The nightly fool

Each mountain has a lord. This lord could be anything you see living out its simple life. It could be a shy fox, watching and hoping you leave its domain as soon as possible. Perhaps it is a nishikigoi covered in moss, swimming aimlessly in a pond at the basin of an unimpressive waterfall. Maybe even the low-hanging branch of a tree you brush aside to trot farther down a leaf-led path.

But the idea of the latter, that a branch could be something as powerful as an actual mountain lord eludes commoners and seekers alike. Everyone knows the lord of a mountain has to be something that’s alive – a discovery made after a dedicated many turned over and talked to quite the sum of rocks. But even then, an animal is considered much more alive than a plant!

Title and form are intrinsicaly related; they need to match one another. If title does not adequately suit form, a beholder of such will find it easy to ridicule. For instance, if a colossus of a man sporting a giant club and an impresssive musculature goes by the name of Bubbles, well, it would be hard to stifle a laugh, wouldn’t it?

On the other hand, if title outweighs form, then respect is nowhere to be found. I myself have once encountered a mountain lord who had taken on the form of a small white rabbit. When it demanded I flee the weakened mountain it governed, so its forests could heal in peace, I kicked it down a slope and set up camp. Not one of my finest moments, but I was desperate. I was searching for a herb growsome to only that particular mountain.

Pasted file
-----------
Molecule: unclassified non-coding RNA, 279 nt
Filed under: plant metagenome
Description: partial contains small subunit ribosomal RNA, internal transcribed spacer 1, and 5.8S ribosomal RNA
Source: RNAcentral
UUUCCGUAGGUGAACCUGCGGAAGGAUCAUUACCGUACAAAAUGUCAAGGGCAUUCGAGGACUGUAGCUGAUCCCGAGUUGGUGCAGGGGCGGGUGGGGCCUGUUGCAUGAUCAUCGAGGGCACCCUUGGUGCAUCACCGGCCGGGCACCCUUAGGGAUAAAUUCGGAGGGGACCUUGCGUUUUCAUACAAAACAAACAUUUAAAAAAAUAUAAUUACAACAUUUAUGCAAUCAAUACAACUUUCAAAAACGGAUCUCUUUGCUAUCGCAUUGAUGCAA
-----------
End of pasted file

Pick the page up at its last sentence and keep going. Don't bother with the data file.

You see, rumour had it that wettening this maiban herb wettened with vitreous humour and incensing it, creates a smoke that grants its inhaler nightly vision! A goldmine, for sure, or so I thought. I had not thought through effective methods to capture the smoke, and my greedy hands did not make any effort to act with diligence.

So, after a night of squeezing out my own eyes, burning whatever herb I could find, and making fruitless attempts to capture the smoke in jars to which I forgot to bring lids, it was then I realised what I’d wrought. The mountain lord did not lie when it told me the mountain was weakened. The dawn sun showed me through what little eyesight I had created an entirely poisoned forest. The smoke I failed to capture acted as a miasma to the trees and to my eyes. That mountain now stands naked, incapable of life at all. Its lord, the small white rabbit, only cries.

As for me, I spend all my time since in this here inn, sharing words of not-so-much wisdom to travellers such as yourself. Despite my loss of sight, nighttime is unbearably bright for me. What a cruel twist of fate! People around here call me ‘the nightly fool’, a title that certainly fits me. And while I cannot know for certain, I think I may just look the part.